Canberra spent AU$92 million on the now-binned visa privatisation project

Boston Consulting Group walked away with AU$43.5 million of the total spend.
Written by Asha Barbaschow, Contributor

The federal government in March terminated the contentious request for tender process that would have resulted in the privatisation of Australia's visa processing system.

In response to questions on notice from Senate Estimates held in early March, the Department of Home Affairs revealed it had spent nearly AU$65 million on external contracts on the proposed Global Digital Platform (GDP) before deciding it was best to be shuttered.

The department was appropriated just shy of AU$92 million for the design and procurement of the GDP, which it said was to cover the project in an end-to-end manner.

AU$24 million was spent on the co-design and development of business requirements; AU$32 million on the GDP request for tender processes, probity, legal, and assurance; AU$18 million on departmental IT readiness; and AU$17 million on development of Business Rules.

"A combination of both internal resourcing and external contracts were utilised throughout the process," Home Affairs wrote.

The external contracts, the department said, were entered into for a cost of AU$65 million, with the remaining funding allocated internally to undertake and support these activities.

"The department utilised external providers, to a value of AU$64.876 million, with the remainder utilised on departmental costs including staffing, suppliers and enabling costs," it wrote.

Of the AU$65 million, Boston Consulting Group walked away with AU$43.5 million and KPMG with nearly AU$8 million.

MinterEllison, EY, PRAGMA, and PwC-owned Strategy& were given around AU$2 million; and McGrathNicol, Maddocks, Noetic, MXA, and Ngamuru each walked away with around AU$1 million for their assistance with the GDP.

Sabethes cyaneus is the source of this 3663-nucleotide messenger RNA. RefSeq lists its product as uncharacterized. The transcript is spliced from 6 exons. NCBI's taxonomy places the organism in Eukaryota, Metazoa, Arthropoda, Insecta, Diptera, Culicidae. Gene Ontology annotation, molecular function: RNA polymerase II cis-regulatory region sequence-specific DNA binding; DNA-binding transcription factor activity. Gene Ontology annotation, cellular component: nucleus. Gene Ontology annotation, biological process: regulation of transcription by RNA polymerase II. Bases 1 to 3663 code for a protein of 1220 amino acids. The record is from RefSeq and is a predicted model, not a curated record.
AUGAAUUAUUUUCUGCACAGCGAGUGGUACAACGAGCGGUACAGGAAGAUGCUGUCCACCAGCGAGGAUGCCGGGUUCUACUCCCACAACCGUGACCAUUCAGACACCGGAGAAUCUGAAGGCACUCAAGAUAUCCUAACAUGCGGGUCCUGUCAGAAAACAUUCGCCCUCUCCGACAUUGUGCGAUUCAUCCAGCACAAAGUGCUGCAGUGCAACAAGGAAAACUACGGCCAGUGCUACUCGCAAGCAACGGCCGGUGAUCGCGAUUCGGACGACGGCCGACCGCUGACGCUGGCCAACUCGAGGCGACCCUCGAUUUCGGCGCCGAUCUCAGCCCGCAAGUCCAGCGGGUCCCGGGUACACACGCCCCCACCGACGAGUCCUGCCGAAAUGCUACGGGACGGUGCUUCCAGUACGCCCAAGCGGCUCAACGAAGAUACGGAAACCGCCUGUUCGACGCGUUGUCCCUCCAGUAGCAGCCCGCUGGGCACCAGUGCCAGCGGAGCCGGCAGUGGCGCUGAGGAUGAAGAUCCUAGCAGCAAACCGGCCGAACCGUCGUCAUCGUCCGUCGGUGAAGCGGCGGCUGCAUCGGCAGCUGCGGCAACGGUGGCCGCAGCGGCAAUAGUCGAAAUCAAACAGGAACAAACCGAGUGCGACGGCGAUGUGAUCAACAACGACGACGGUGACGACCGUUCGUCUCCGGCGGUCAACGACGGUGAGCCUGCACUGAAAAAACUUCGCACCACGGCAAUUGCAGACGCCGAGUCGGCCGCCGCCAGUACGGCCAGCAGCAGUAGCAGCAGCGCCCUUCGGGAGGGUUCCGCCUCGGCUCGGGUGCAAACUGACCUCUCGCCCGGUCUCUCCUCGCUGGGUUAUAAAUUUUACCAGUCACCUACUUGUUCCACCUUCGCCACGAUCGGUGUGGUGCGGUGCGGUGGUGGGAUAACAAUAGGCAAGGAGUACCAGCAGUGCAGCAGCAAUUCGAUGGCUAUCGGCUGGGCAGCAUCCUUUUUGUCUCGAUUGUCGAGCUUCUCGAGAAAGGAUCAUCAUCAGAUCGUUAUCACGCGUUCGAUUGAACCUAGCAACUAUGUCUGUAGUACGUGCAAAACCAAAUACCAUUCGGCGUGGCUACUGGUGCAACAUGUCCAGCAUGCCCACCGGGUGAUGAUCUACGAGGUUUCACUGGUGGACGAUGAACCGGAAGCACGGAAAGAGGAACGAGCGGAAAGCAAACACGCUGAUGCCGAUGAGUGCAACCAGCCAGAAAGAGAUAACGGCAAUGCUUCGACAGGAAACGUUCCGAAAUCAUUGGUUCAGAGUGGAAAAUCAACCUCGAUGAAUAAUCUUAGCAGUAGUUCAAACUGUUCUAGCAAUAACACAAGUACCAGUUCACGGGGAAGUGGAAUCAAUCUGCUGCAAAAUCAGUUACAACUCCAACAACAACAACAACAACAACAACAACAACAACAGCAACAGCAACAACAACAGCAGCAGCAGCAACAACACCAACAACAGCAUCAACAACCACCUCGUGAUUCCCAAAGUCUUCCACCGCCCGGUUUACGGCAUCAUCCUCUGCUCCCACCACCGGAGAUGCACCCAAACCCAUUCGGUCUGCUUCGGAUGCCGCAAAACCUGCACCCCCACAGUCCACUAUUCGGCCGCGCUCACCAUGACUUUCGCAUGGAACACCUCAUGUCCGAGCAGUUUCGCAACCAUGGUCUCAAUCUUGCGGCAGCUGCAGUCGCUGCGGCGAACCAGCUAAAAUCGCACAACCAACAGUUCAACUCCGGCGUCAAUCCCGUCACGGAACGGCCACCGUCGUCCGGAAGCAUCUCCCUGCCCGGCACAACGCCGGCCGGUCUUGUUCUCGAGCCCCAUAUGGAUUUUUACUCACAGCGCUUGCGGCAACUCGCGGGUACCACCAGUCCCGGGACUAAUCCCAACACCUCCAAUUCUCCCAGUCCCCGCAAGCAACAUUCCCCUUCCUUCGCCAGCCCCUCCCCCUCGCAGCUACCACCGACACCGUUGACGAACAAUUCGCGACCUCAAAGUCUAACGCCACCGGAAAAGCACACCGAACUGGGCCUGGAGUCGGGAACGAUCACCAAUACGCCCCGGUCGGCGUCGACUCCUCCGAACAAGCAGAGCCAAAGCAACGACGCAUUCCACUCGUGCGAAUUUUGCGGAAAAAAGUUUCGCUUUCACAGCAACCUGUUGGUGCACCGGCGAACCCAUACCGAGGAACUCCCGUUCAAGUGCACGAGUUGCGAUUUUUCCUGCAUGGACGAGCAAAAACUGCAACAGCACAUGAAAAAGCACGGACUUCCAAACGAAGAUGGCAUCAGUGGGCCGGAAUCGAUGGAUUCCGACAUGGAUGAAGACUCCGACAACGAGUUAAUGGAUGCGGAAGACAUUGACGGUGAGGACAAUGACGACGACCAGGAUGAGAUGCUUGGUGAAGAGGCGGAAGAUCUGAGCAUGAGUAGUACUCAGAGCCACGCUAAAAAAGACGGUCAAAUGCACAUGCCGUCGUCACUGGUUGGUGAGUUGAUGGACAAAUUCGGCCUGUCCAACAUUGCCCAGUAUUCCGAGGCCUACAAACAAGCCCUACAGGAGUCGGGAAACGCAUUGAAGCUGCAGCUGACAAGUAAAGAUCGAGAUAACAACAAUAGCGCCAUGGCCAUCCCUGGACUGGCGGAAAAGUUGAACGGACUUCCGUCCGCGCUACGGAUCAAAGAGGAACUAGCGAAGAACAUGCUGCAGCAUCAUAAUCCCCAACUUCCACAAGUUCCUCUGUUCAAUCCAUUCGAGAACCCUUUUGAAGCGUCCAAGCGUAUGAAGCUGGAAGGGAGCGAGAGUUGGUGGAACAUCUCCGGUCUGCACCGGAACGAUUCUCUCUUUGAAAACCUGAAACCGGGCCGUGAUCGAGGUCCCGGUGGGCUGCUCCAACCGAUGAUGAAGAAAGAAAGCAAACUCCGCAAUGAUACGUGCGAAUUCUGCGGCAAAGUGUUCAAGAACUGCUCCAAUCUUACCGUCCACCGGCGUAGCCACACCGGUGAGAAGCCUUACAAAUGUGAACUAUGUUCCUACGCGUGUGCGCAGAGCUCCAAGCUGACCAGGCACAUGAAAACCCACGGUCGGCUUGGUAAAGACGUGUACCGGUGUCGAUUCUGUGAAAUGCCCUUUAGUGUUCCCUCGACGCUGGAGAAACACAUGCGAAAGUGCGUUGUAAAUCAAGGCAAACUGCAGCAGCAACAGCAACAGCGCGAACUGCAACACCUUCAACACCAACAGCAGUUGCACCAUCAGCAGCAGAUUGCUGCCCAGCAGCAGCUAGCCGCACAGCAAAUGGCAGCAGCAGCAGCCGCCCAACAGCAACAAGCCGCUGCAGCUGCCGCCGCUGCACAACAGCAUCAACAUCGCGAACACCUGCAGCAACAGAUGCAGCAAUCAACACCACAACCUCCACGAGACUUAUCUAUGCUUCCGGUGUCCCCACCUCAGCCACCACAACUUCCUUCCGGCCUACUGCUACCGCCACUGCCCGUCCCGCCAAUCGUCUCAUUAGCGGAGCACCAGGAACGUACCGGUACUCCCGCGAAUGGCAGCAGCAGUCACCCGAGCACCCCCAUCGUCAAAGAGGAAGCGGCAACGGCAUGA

The Department of Immigration and Border Protection -- now Home Affairs -- went to tender initially in September 2017, seeking a provider to design, implement, and operate a new visa business.

At the time, it was explained that the new visa business would be outsourced to another party that would be charged with processing visa applications.

In 2018, a request for tender was published and quickly removed. It called for a private company to own and operate Australia's visa processing system for a period of 10 years.

A decision on the tender was due to be made in October 2019.

In announcing it was binning the process, the government said it was pushing a "broad new policy approach", which it has detailed would change how it acquires and delivers workflow processing capability within the Department of Home Affairs and other areas across government.

"The government will implement modern, easy to access, digital services for clients," a statement from Acting Minister for Immigration, Citizenship, Migrant Services and Multicultural Affairs Alan Tudge said at the time. "This approach seeks integrated enterprise-scale workflow processing capability that could be utilised across the Commonwealth.

"Key to this is recognising the efficiencies that can be generated from large-scale government investment in technology and the re-use of capability across government."

With the privatisation plan scrapped, Home Affairs said it was planning on conducting a market consultation process in the coming months to determine the best way to deliver "large-scale workflow processing capability for visa and citizenship applications and additionally, for Customs functions and personnel security clearances in the Home Affairs portfolio".

Prior to shuttering the GDP, there were also concerns over conflicts of interest after a friend of Prime Minister Scott Morrison's, Scott Briggs, removed himself from the visa processing bid after it was revealed his Southern Strategy venture made a "mistaken" AU$165,000 donation to the Liberal Party.  



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